Producer's Edge
Author: Elias M. Yazbeck

Security Interests in Minerals Generally

A security interest, under Texas’ version of the Uniform Commercial Code (the “Texas UCC”), is an interest in personal property or fixtures which secures payment or performance of an obligation. Real property is not subject to the Texas UCC.

Oil, gas, and other minerals that have not been extracted from the ground are treated as real property, to which the Texas UCC does not apply. Instead, the property laws of Texas govern perfection. However, as the minerals come out of the ground, they cease to be part of the mineral estate and instead become both a “good” and “as-extracted collateral,” to which the Texas UCC does apply.

“Perfection” is the process of publicly establishing a security interest in personal property collateral for the purpose of gaining priority. Perfecting collateral is often a law intensive process. With the assistance of outside counsel, proper perfection can enable a party who is owed money to in essence call “dibs” against underlying collateral to secure “first-in-line” rights for what is owed to them. In other words, a perfected security interest is subordinate or “second in line” to the security interest rights of anyone whose interest becomes perfected before your security interest is perfected. This is known appropriately as the “first in time, first in right” rule.

The method by which a secured party perfects its secured interest varies and is largely determined by the type of personal property serving as collateral. The Texas UCC provides a number of ways in which a creditor may perfect a security interest, and the majority of those ways are uniform from state to state. Foremost among these perfection methods is the filing of a “UCC-1” financing statement with the secretary of state. A secured party may also perfect a security interest in certain categories of collateral, including goods and money, by taking possession of the collateral. Outside counsel can assist greatly in selecting the proper method of perfection for a particular situation.

The First Purchaser Statute

Section 9.343 of the Texas UCC, commonly known as the First Purchaser Statute, is unique to Texas and automatically creates a security interest in favor of working interest owners to secure the obligations of the first purchaser of oil and gas production. This “springing” security interest “exists in” or attaches to the oil and gas production itself, and also to the identifiable proceeds of that production “owned by, received by, or due to” the first purchaser. Therefore, under Texas law, working interest owners such as producers and royalty owners automatically possess a security interest in the oil and gas extracted from their properties against said first purchaser, thereby providing protection, clarity, and efficiency in the legal framework governing these transactions.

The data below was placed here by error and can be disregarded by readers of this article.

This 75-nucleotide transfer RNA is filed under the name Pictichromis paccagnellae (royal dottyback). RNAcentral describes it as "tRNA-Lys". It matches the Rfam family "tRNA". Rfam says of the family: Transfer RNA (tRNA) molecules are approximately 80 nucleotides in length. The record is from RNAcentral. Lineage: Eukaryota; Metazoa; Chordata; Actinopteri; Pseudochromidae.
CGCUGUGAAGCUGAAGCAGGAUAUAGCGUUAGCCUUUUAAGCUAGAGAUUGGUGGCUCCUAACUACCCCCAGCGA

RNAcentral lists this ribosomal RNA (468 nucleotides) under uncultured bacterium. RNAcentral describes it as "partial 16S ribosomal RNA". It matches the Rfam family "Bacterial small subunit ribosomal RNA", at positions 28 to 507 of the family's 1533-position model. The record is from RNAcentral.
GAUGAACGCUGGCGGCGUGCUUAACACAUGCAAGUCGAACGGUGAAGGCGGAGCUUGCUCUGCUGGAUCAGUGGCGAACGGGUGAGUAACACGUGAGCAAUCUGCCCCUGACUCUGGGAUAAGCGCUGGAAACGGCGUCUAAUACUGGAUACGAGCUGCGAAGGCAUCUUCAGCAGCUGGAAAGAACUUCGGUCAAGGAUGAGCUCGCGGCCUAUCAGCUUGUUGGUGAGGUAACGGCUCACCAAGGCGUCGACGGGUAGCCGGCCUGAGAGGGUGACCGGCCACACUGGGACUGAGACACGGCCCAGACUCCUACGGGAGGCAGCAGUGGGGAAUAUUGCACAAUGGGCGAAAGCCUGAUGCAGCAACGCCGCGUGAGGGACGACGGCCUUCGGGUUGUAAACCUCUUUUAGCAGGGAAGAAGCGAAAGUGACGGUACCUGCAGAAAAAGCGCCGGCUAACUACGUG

But what about perfection? The security interest provided by the First Purchaser Statute is also perfected automatically, without the filing of a financing statement, and in effect grants the interest owner superior priority over all other claimants. This is particularly important in the event of the first purchaser's bankruptcy.

Who is considered the “first purchaser” for purposes of applying the First Purchaser Statue is generally dependent on how the relevant transaction for the sale of production was structured. This is often the subject of litigation, and one of the reasons outside counsel should be retained when structuring the sale of oil and gas assets. A party can be considered a first purchaser under the First Purchaser Statute by signing an agreement to purchase oil or gas production, issuing a division order, or in making any other voluntary communication to the interest owner or any governmental agency recognizing the interest owner's right.

Unique to Texas

While the First Purchaser Statute does not require the filing of a financing statement in order to perfect a security interest, it is unique to Texas and is not necessarily recognized under the laws of other states. Under the Texas UCC, as well as the commercial codes of most other states, in order to determine whether a security interest in collateral is properly perfected, the court must apply the law of the state where the debtor was organized, not the claimant. By way of illustration, the law of the state where a first purchaser was organized is determinative as to interest owners pursuing claims against said purchaser. It follows that when a first purchaser is organized under the laws of a different state, the potential exists for that state’s law to apply instead. To safeguard a perfected security interest from a scenario where their priority under the First Purchaser Statue, a working interest owner can work with outside counsel to enact a “belt and suspenders” approach to perfection, using alternative methods to perfect their security interest that cover a wide range of scenarios.


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